There was an interesting flower in the grassy areas along the dikes, which was a species of paintbrush (Castilleja sp.). Most species we've seen have been brilliant red, or bright yellow. The pink tones of this species was interesting.
|Paintbrush sp. (Castilleja sp.)|
Brazoria was one of two places on the trip where a potential life bird for us could be found; Black Rail. They start calling in February and March, though mostly at night. We had hopes that one might let out a vocalization during the day we were there, but the high winds dampened that optimism, and we didn't hear any rails at Brazoria. Our next stop, San Bernard NWR, was an even better place for Black Rails, but the weather pattern was not changing. One of the highlights here, when the fog lightened up a bit, was a White-tailed Kite. The photo below is the full-frame version as the editing software I have on my new laptop has decided to not allow me to crop photos and export to JPG any more.
A numerous species in all these coastal refuges, and indeed even in parts of Louisiana, was Savannah Sparrow. So, I gave up and took a photo of one (again, full-frame here).
We had high hopes for the town of Freeport, but it had suffered quite a bit from Hurricane Ike (as had Brazoria NWR). We drove down the shoreline unable to see the Gulf of Mexico due to the fog and rain, though there were a few shorebirds, and some pelicans (both species) very close to shore. The wind was still very strong, keeping a lot of birds down. Another photo of Great-tailed Grackle was the best at this site, as it sat on a stump and "sang" in loud ringing tones.
Heading southward, with the fog clearing a bit and no more rain, but with the wind strengthening, we stopped near Port Lavaca to walk a boardwalk into a small patch of coastal salt marsh, with the hopes of seeing or at least hearing a Seaside Sparrow. No luck, but a Snowy Egret begged to have his photo taken.
And a Long-billed Curlew was feeding in this marsh fairly close.
We stayed the night in Rockport, and on Thursday, March 1, we went straight to the Aransas National Wildlife Refuge. Fog and wind again plagued us, but the fog at least wasn't as bad as the last two days, but the mosquitos were still quite abundant and aggressive. The objective here, of course, was to see Whooping Cranes. There were three off the huge observation tower, which required using the 800mm attachment to allow me to use my SLR with my spotting scope. Even so, the birds aren't big in the frame. We saw a total of 8 there; these are members of the only wild flock, so are the only "countable" ones in North America.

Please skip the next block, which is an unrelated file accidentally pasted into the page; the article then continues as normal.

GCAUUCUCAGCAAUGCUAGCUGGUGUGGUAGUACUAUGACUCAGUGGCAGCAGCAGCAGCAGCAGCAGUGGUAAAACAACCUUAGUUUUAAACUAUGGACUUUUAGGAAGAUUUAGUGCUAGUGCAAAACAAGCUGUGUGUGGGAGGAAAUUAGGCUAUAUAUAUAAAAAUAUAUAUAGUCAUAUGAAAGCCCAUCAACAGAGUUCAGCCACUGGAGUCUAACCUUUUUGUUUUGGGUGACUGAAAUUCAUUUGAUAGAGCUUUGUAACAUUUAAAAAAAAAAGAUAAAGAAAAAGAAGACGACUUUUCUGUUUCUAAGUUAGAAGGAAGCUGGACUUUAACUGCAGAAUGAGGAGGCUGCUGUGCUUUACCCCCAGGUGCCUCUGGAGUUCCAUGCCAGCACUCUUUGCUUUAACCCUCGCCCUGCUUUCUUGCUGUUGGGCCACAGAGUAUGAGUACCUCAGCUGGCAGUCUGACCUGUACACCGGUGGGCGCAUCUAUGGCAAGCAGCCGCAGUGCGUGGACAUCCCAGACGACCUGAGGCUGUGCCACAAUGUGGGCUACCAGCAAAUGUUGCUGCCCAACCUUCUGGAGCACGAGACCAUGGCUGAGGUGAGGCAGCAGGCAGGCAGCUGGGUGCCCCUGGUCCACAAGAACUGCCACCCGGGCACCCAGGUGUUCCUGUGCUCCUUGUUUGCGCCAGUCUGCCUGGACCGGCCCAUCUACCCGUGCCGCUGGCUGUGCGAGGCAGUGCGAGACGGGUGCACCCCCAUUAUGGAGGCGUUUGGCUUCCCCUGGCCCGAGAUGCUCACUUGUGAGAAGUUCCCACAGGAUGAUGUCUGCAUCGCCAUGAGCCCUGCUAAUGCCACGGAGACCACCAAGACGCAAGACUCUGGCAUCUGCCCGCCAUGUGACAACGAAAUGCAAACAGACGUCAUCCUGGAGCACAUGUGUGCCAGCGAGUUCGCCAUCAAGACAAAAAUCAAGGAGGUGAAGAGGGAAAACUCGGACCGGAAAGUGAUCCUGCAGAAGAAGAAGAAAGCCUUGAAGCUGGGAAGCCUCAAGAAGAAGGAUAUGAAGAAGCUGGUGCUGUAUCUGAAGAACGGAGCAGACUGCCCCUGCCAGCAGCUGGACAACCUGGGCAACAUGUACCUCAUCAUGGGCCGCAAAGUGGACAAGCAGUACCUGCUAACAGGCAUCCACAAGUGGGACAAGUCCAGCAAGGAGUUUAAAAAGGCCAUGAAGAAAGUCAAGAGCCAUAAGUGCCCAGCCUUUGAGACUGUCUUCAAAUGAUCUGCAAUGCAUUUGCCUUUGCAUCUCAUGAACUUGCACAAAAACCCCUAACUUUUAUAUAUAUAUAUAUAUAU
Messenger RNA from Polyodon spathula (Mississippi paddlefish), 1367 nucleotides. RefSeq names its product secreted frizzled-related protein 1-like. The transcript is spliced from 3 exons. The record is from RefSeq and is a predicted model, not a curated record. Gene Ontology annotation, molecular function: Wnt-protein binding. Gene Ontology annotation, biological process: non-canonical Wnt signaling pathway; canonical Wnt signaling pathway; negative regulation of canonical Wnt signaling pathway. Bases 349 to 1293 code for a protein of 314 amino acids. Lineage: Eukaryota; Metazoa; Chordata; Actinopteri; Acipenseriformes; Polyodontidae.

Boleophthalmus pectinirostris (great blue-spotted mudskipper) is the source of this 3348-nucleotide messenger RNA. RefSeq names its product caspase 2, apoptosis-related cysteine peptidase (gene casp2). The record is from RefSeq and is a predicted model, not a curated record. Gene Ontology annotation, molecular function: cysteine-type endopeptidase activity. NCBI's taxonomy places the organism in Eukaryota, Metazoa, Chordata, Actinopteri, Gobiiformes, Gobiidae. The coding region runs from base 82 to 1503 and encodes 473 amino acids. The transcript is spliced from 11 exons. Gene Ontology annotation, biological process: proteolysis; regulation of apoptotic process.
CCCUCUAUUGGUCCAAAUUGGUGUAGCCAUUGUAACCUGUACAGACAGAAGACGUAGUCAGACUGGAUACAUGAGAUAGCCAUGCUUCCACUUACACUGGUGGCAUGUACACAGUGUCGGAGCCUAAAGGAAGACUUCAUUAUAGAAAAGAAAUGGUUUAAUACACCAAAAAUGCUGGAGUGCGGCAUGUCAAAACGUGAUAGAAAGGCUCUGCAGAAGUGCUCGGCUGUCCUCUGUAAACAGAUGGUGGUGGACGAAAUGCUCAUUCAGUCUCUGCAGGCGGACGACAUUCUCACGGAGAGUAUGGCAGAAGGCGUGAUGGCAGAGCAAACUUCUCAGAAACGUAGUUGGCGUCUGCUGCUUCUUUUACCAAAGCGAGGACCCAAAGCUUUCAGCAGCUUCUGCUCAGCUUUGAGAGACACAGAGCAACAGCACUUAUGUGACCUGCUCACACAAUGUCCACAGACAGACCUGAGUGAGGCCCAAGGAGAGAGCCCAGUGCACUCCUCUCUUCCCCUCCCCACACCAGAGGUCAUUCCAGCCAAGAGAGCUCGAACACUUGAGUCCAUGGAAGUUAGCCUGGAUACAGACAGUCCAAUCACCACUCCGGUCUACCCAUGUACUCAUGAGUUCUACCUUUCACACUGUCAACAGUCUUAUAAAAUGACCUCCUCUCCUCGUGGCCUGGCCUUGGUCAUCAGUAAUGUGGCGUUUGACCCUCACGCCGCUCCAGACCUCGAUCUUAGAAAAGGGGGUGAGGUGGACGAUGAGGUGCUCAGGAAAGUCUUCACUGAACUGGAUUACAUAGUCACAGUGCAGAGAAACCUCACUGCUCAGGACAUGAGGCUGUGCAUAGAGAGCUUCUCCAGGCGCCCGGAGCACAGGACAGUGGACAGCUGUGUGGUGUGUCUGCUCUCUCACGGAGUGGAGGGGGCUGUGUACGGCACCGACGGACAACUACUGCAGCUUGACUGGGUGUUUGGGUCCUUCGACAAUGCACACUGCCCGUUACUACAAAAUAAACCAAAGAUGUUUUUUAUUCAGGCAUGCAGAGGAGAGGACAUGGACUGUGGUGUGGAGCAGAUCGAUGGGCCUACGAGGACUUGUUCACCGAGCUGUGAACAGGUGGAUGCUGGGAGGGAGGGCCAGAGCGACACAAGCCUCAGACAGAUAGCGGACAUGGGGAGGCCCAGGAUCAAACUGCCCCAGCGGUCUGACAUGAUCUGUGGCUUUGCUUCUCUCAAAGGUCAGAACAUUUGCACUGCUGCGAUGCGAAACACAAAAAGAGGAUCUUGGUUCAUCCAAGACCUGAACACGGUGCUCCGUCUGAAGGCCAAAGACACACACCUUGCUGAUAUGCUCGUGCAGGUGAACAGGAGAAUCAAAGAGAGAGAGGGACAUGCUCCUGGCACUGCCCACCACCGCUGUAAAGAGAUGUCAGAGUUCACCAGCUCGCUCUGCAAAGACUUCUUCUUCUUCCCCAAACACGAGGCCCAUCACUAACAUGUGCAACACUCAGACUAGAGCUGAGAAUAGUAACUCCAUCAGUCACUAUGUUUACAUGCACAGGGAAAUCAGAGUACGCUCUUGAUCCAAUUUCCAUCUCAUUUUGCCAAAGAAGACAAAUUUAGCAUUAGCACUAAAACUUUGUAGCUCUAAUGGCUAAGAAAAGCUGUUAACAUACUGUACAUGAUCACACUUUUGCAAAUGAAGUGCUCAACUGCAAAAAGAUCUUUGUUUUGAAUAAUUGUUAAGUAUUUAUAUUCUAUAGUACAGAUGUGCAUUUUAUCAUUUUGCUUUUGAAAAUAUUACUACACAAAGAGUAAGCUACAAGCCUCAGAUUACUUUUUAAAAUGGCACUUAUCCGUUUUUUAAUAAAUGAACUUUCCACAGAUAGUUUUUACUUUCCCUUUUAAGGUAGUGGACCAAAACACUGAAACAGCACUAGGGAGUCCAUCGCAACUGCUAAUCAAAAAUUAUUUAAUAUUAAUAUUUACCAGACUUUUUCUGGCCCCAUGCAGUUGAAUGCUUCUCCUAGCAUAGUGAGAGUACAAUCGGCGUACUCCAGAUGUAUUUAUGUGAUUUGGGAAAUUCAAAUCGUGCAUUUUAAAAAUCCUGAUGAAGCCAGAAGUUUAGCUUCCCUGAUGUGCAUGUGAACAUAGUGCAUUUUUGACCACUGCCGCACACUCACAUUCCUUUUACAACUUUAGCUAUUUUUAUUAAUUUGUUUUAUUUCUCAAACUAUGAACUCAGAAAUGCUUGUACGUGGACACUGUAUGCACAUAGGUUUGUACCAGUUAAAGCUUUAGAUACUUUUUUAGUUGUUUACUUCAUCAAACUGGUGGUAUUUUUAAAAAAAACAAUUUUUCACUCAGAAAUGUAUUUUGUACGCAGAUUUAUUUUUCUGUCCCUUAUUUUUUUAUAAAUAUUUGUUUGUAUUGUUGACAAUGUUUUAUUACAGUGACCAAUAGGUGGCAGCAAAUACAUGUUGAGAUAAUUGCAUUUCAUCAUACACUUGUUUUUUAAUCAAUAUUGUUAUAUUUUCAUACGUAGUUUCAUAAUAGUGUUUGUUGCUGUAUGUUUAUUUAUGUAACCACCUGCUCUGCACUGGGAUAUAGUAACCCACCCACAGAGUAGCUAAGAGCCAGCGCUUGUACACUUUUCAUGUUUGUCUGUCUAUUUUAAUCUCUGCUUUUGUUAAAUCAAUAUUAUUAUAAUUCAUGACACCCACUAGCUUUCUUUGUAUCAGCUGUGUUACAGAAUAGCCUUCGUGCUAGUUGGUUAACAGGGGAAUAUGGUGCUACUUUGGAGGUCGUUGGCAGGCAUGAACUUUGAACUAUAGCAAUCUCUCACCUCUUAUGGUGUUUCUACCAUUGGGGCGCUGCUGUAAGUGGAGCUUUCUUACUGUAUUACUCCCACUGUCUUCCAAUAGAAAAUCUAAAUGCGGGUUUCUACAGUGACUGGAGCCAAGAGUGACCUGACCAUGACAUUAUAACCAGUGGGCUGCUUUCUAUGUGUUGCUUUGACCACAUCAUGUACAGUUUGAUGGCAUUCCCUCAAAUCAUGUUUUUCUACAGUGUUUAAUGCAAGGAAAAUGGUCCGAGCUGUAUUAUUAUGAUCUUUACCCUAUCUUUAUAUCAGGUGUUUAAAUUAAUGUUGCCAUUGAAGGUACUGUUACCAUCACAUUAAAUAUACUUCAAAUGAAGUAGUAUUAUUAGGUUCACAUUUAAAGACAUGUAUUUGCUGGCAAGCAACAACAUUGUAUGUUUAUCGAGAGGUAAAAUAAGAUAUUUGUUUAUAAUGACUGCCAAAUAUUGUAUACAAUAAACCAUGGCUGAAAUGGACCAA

Showing off, and very tame, was a flock of Wild Turkeys at the visitors center. I didn't need to zoom out to 400mm to take this photo, but 120mm was quite sufficient (and I even had to back up!).
After touring the refuge completely we headed south to the town of Lamar. Goose Island State Park is famous for its large live oak tree, but we had gotten a tip that because of drought in the freshwater portions of Aransas, and a Red Tide offshore, some of the Whooping Cranes had spread out. We did indeed find two of them in fields there, coming in to a corn feeder that a homeowner had filled for them. What a great feeder bird! Next we went to the South Jetty at Port Aransas in the hopes of seeing some shorebirds or perhaps a Northern Gannet offshore. The fog was much better, but it was still out there far offshore, preventing any distant scoping. Closer in, Brown Pelicans skimmed back and forth.
Some had their breeding colors; bright red on the pouch.
Most interesting here was the two Green Sea Turtles that were just off the jetty, occasionally coming up for air. I really wanted to present crops of the photos here, which show the turtles much better, but the full-frame version below is all that my recalcitrant software will allow for now.
|Green Sea Turtle|
|Green Sea Turtle|
From Aransas Pass we drove south to Kingsville where we spent the night, preparing for the next four days in the Rio Grande Valley, which will be covered in the next posting in a few days.